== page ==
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regular-article-logo Tuesday, 23 April 2024

Chilli Takes

The Telegraph tells you what happens to the body when you eat spicy food

Trisha Pasricha Published 24.05.23, 04:37 AM
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Representational image Shutterstock

Some people eat spicy food almost every day. They love the taste and the tingle, but I often wonder: how is all that heat affecting their body.

Eating spicy food can produce a variety of physiological reactions, such as a tingling in the tongue and lips, as well as sweating, said David Julius, who is a physiologist at the University of California, San Francisco in the US.

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“We all enjoy sensory experiences; spicy foods make life more interesting,” he said.

But not all of the potential responses are welcome, even for those who enjoy the taste.

Here’s what we know about how spicy food affects the body.

Sweat

Spicy food lovers are likely to be familiar with one immediate physical reaction — sweating.

That’s because some of the spiciest foods contain compounds that bind to nerve receptors along the gastrointestinal tract, including the mouth, which are activatedby heat.

Chillies, the flavourful backbone of many spicy dishes, contain the compound capsaicin, which binds to those receptors and then sends a pain signal to the brain, as Julius discovered in his Nobel Prize-winning work on the topic.

The main chemicals found in peppercorns, horseradish and mustard also bind to the same receptors, albeit much less potently.

These nerves send similar signals to the brain as they would if you came into contact with actual fire, which is why you might start sweating or become flushed; that’s the body’s way of cooling itself down.

“Capsaicin fools your body into thinking the temperature has risen, and so your brain thinks it needs to shed heat,” Julius said. “In humans, we mostly do that by sweating.”

Gastrointestinal distress

Eating spicy food in moderation is generally safe for people who don’t already have stomach issues. However, it can cause inflammation to the areas that aid digestion and can sometimes lead to heartburn, stomachaches or diarrhoea.

People with gastritis, which occurs when the lining of the stomach is inflamed, may be especially susceptible to increased abdominal pain.

Health benefits

Studies have shown that consuming spicy foods can be associated with some health benefits. One study found that taking a daily supplement of capsaicin (containing the amount in four or five habanero peppers) sped up metabolism, where participants burned the equivalent of an extra 200 calories per day over a 14-week period. In a 2022 study involving more than 6,000 adults, scientists found that chilli intake was linked with a reduction in calcium buildup in the walls of the coronary arteries, which supply blood to the heart.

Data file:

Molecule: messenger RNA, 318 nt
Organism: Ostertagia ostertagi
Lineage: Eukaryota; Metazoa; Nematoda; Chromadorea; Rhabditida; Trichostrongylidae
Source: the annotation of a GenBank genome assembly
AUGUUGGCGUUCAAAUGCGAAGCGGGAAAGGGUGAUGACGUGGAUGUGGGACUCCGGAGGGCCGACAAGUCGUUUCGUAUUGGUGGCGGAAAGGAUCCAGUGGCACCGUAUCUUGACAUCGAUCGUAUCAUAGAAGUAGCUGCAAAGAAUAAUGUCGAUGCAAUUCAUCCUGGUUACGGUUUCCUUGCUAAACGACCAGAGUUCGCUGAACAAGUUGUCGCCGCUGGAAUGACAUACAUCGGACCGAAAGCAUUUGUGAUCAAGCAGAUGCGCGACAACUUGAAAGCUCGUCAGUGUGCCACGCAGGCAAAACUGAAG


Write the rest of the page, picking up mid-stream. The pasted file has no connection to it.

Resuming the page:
It’s unclear, however, whether eating spicy foods can reduce the likelihood of obesity or heart attacks in the long term.

The evidence is mixed on whether spicy foods raise or lower cancer risk. A few studies have found that daily consumption of chillies is associated with an increased risk of esophageal cancer, but not of gastric or colorectal cancers.

And while several experiments performed on cells in labs have found that capsaicin and piperine — the chemical found in peppercorns — may help impede or destroy human breast cancer cells, scientists, don’t yet know if these findings might lead to potential treatment.

One study published in 2015, of nearly half a million people in China, found that those who ate spicy food six to seven times per week for several years had a 14 per cent reduced risk of death compared with those who ate spicy food less than once per week. The researchers thought these results were possibly related to the spicy foods’ antioxidant and anti-inflammatory effects, which can protect againstconditions such as diabetes and certain types of cardiovascular disease.

Reactions

In rare cases, very hot peppers have caused extreme physiological reactions, such as thunderclap headaches or vomitingso severe it ruptured someone’s esophagus.

If you’ve bitten into food that has more spice than you can handle, reach for something with high fat content, such as milk or sour cream, Julius said. Capsaicin is a fat-soluble compound, so it won’t dissolve in water no matter how much of it you drink.

It’s important to respect how much heat your body can take, Julius added.

But if you love spicy foods and your body can handle them, experts say, there’s no reason to avoid them.

NYTNS

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